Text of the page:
April 25, 2014
An intimate glimpse: The Bolaño Archive
Large scale exhibition dedicated to famous Chilean author lands at Recoleta Cultural Centre
The exhibition Archivo Bolaño (1977-2003) (The Bolaño Archive, 1977-2003), which opens today at the Recoleta Cultural Centre (CCR), features unpublished writings, notebooks, personal items — such as the author’s typewriters and computer —, drawings and photos from Roberto Bolaño’s years in Spain.
Open until February 16, the exhibition includes more than 14,000 documents from Bolaño’s personal archive, from 100 first editions to 230 original writings, seven videos, 100 photos and drawings, as well as a welcome surprise of a wealth of unpublished material — 27 short stories, four novellas and hundreds of poems. The previously unknown archive was put forward by Bolaño’s widow and heiress Carolina López.
The Bolaño Archive was inaugurated in March 2013 at the Barcelona Contemporary Culture Centre during the sixth edition of the Kosmopolis biennial. The exhibition at CCR in Buenos Aires marks the first stop of The Bolaño Archive in Latin America.
“The exhibition is designed in three large parts, reflecting Bolaño’s periods in Spain: first Barcelona, then Girona and, finally, Blanes. They reflect different creative periods, so to speak,” veteran curator Juan Insúa from the Barcelona Contemporary Culture Centre told reporters. The three stages referenced by Insúa are “The Unknown University” (Barcelona, 1977-1980), “Inside the Kaleidoscope” (Girona, 1981-1985) and “The Visitor from the Future” (Blanes, 1985-2003).
“The most interesting part of the archive is, perhaps, Bolaño’s entire output from his Barcelona and Girona periods, which was virtually unknown. Most readers think Bolaño wrote his entire work in the last 10 years of his life and they couldn’t be more wrong. Ever since he decided to write at the tender age of 16, this was his life’s work,” the curator added.
“This exhibition is based on a creative timeline meant to complete the different publication dates of his books. By putting together his published and unpublished work, we get a complete view of the process and evolution of Bolaño’s literature,” Insúa said.
In an interview with Argentine news agency Télam, Insúa talked about the making of The Bolaño Archive and its inherent revelations and even offers tips and advice on the best way to visit the exhibition.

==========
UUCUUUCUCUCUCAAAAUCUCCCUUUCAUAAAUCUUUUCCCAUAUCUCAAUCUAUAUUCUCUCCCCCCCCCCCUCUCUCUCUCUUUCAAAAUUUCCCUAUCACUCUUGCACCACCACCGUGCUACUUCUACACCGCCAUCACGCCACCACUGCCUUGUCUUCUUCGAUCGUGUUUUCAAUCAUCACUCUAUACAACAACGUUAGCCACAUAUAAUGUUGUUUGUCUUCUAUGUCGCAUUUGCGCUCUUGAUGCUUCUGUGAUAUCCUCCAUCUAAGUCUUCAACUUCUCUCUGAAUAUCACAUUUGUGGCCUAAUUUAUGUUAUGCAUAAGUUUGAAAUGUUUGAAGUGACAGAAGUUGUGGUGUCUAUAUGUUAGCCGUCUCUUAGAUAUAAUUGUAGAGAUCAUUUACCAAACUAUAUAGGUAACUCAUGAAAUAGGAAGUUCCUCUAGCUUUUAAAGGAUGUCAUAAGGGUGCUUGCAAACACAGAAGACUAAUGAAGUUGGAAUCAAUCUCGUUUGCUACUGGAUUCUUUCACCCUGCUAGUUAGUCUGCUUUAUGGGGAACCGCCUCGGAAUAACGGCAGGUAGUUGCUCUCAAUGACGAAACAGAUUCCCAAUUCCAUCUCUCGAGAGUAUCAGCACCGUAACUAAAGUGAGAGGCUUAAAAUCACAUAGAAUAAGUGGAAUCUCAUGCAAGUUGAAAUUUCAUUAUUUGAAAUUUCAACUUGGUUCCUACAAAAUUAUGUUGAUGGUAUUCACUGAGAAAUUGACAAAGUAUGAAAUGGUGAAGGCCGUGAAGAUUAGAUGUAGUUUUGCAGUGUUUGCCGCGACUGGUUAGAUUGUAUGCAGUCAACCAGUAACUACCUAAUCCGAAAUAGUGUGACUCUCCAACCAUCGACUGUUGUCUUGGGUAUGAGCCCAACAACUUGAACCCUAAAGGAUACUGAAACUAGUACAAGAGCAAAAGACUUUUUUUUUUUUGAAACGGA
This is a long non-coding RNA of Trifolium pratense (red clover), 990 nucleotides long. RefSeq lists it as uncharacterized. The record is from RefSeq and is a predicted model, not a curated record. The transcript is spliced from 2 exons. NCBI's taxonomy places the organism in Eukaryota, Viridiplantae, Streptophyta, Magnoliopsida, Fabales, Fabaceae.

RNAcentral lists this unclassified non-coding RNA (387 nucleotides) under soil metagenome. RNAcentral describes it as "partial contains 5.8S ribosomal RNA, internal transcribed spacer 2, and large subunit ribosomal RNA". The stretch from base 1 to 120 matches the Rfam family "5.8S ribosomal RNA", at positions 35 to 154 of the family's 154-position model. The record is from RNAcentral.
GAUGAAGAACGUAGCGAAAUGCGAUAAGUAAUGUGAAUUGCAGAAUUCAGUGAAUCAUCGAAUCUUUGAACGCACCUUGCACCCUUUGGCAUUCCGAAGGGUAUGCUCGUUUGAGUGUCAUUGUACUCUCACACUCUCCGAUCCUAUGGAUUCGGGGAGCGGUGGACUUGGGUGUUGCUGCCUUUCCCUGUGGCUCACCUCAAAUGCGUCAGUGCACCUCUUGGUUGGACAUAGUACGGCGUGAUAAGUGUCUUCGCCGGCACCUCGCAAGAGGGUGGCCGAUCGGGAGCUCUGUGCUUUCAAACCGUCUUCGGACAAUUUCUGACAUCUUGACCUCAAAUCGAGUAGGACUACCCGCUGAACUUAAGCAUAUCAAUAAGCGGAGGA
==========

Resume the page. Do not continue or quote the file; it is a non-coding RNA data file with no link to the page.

Why did you choose 1977 as the starting point of this exhibition?
1977 is the year Bolaño arrives to Spain. A lot of people ask about the lack of focus on his Mexican period: those years were obviously essential for Bolaño but the truth is we couldn’t feature everything. We have included a prologue about Bolaño’s time in Mexico, but we chose to do it in a synthetic manner.
What have you discovered while putting this exhibition together?
I believe the most interesting thing anyone could discover is that Bolaño is a full-time writer. This archive is not just about his unpublished work — stories, novels and poems — but also includes notebooks which offer a unique glimpse into Bolaño’s writing habits. Also, if you open his computer folders, you’ll find his poems are obsessively classified, proofread and polished but the only thing he never stopped writing in his notebooks until the end of his life were the poems, they’re all handwritten. Let us not forget that some of Bolaño’s greatest works, such as Amuleto (1999), are just long prose poems.
Is your perspective focused on Bolaño’s work as a whole?
There is this internal connectivity in Bolaño’s entire work which boosts its consistency: his characters and alter egos are there from the start. Bolaño starts weaving a creative universe that develops progressively to reach top form in The Savage Detectives (1998) and in 2666 (2004).
What’s the best way to visit the exhibition?
We have created this sort of game, you know. In Woes of a True Policeman (2011), Bolaño writes: “the detective is the reader trying to no avail to puzzle out this damned novel.” Our proposal invites the visitor to become a detective and use the signs, drawings and clues we’ve left for this purpose.
Where and when
Archivo Bolaño / The Bolaño Archive (1977-2003) // Recoleta Cultural Centre (Junín 1930) // December 19 — February 16 // Free admisión.
Herald with Télam